Series: Oh Say Can You See? III
Entry 3: Heartland, USA
Click here to go to the beginning of the Oh Say Can You See III series
Here it is, Omaha, Nebraska, as close as you get to pure “Heartland, USA”! Wiki says about Omaha:
Today, Omaha, Nebraska is the home to the headquarters of five Fortune 500 companies: packaged-food giant ConAgra Foods; the U.S.’s largest railroad operator, Union Pacific Corporation; insurance and financial firm Mutual of Omaha…
…one of the world’s largest construction companies, Kiewit Corporation; and mega-conglomorate Berkshire Hathaway. Berkshire Hathaway is headed by local investor Warren Buffett, one of the richest people in the world, according to a decade’s worth of Forbes Magazine rankings, some of which have ranked him as high as No. 1.Omaha is also the home to four Fortune 1000 headquarters: … The Gallup Organization, of Gallup Poll fame, also is based in Omaha…
… Notable modern Omaha inventions include the TV dinner, developed by Omaha’s then-Carl Swanson Co.; Raisin Bran, developed by Omaha’s Skinner Macaroni Co.; cake mix, developed by Duncan Hines, then a division of Omaha’s Nebraska Consolidated Mills … the Reuben sandwich, conceived by a chef at the then-Blackstone Hotel …the bobby pin and the “pink hair curler,” at Omaha’s Tip Top; the ski lift, in 1936, by Omaha’s Union Pacific Corp;the “Top 40” radio format, pioneered by Todd Storz, scion of Omaha’s Storz Brewing Co., and head of Storz Broadcasting, which was the first in the U.S. to use the “Top 40” format at Omaha’s KOWH Radio.
Lots of actors were born in Omaha, including Montgomery Clift, Dorothy McGuire, Marlon Brando… and Fred and Estelle Astaire:
Omaha is also famous for being the site of the REAL “Boys Town” made famous in the Spencer Tracy movie…
…and for Omaha Steaks, famous across the nation for mouth-watering steaks since their humble beginnings as a single butcher shop in Omaha in 1917. My dad, living in Michigan, used to mail-order a supply of these every year from the 1960s on.
Lots of good things going on in Omaha!
Two years after that famous butcher shop opened up, something else occurred that put Omaha on the map—and the national news.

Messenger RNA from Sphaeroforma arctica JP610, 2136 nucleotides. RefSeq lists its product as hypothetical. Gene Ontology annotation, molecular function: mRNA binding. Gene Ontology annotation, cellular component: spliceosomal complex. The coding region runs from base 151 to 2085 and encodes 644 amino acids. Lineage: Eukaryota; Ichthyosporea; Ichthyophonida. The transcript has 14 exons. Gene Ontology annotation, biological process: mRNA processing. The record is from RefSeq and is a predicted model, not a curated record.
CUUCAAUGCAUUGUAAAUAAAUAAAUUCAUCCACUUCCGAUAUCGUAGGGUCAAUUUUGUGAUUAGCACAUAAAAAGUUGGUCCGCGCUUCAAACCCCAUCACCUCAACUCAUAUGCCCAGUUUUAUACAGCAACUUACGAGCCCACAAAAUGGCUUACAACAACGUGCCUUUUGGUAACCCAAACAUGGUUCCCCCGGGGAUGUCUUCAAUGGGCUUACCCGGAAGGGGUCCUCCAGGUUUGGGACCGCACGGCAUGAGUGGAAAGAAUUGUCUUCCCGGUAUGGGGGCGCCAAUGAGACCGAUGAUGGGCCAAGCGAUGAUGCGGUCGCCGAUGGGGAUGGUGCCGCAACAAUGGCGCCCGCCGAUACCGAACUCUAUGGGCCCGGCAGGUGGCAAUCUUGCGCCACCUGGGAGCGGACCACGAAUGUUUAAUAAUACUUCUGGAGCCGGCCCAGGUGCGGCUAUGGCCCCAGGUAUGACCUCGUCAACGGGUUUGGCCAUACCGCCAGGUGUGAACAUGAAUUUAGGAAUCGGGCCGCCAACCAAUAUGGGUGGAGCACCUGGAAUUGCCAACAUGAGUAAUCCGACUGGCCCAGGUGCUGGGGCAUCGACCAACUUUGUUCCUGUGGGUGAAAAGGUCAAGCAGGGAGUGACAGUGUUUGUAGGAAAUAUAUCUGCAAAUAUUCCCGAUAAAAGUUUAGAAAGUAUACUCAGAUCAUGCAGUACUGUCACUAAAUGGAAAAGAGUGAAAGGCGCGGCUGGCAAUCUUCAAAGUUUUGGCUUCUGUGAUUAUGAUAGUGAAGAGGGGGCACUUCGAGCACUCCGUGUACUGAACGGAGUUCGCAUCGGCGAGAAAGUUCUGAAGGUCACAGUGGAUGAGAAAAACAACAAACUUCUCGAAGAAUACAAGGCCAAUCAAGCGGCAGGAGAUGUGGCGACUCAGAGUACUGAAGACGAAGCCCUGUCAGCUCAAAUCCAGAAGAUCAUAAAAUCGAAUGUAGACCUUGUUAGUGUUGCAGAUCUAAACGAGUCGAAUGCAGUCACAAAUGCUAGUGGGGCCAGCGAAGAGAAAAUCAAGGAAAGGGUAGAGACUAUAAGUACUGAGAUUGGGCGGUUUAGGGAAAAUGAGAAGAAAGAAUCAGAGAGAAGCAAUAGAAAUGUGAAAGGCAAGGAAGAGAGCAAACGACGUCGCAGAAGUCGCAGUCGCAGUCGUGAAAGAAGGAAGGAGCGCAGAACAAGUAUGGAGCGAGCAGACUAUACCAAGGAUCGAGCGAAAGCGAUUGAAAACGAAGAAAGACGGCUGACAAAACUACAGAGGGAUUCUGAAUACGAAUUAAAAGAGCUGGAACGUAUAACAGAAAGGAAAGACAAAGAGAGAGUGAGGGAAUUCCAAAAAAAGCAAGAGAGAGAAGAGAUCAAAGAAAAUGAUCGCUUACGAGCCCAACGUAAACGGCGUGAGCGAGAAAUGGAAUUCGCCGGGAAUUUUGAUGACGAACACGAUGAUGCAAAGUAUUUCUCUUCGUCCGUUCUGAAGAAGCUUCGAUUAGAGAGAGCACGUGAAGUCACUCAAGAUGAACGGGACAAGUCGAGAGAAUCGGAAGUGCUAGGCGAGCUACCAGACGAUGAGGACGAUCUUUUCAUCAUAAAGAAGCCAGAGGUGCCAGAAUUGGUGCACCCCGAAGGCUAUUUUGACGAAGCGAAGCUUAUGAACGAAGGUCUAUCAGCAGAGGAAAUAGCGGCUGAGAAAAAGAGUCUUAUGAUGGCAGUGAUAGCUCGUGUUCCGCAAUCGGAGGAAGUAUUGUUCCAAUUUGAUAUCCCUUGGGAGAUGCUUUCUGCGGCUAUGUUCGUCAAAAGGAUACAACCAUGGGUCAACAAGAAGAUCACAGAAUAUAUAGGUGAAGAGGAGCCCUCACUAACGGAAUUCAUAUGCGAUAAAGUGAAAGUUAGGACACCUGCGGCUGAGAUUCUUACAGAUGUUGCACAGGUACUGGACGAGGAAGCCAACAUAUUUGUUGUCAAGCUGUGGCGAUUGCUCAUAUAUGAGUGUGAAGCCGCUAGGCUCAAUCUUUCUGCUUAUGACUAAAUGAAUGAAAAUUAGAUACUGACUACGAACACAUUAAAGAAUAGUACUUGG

The current map of Omaha features a lovely spot on Douglas Street, called “Heartland of America Park.”
Pretty, peaceful place! Named, no doubt, for the fact that Omaha itself, right on the eastern edge of Nebraska, looks on the map as if it is located smack-dab in the center of the whole USA, in the “Heartland” of America.
Nebraska became a state in 1867, immediately after the Civil War. That same year it adopted its state seal, with the State Motto prominently displayed on a banner at the top of the seal stating “Equality Before the Law.”
Something happened between those lofty aspirations of 1867 and the reality of 1919. And it happened just eight blocks or so from where the lovely Heartland of America Park is now, at the Douglas County Courthouse, seen here as it looks in recent times.
For Omaha, in the Heartland of America, especially right in front of this courthouse, wasn’t quite so pretty and peaceful in 1919.
From May through September 1919, over 25 race riots [no, not riots BY people of the black race, but directed AT people of that race] rocked cities from Texas to Illinois, Nebraska to Georgia. In Omaha, the trouble began on September 25, when a white woman, Agnes Loebeck, reported that she was assaulted by a black man.
That evening, the police took a suspect to the Loebeck home. Agnes and her boyfriend Milton Hoffman (they were later married) identified a black packinghouse worker named Will Brown as the assailant.
Brown was 41 years old and suffered from acute rheumatism. [Later reports by the Omaha Police Department and the United States Army stated that actually, Agnes had not made a “positive identification.”]
Before the police could leave the Loebeck house, a mob gathered outside and threatened to seize Brown. After an hour’s confrontation, police reinforcements arrived and Brown was transferred to the Douglas County Courthouse. Several police officers were ordered to report at once to police headquarters in case of further trouble, and 46 policemen and a detective were kept on duty well into the night.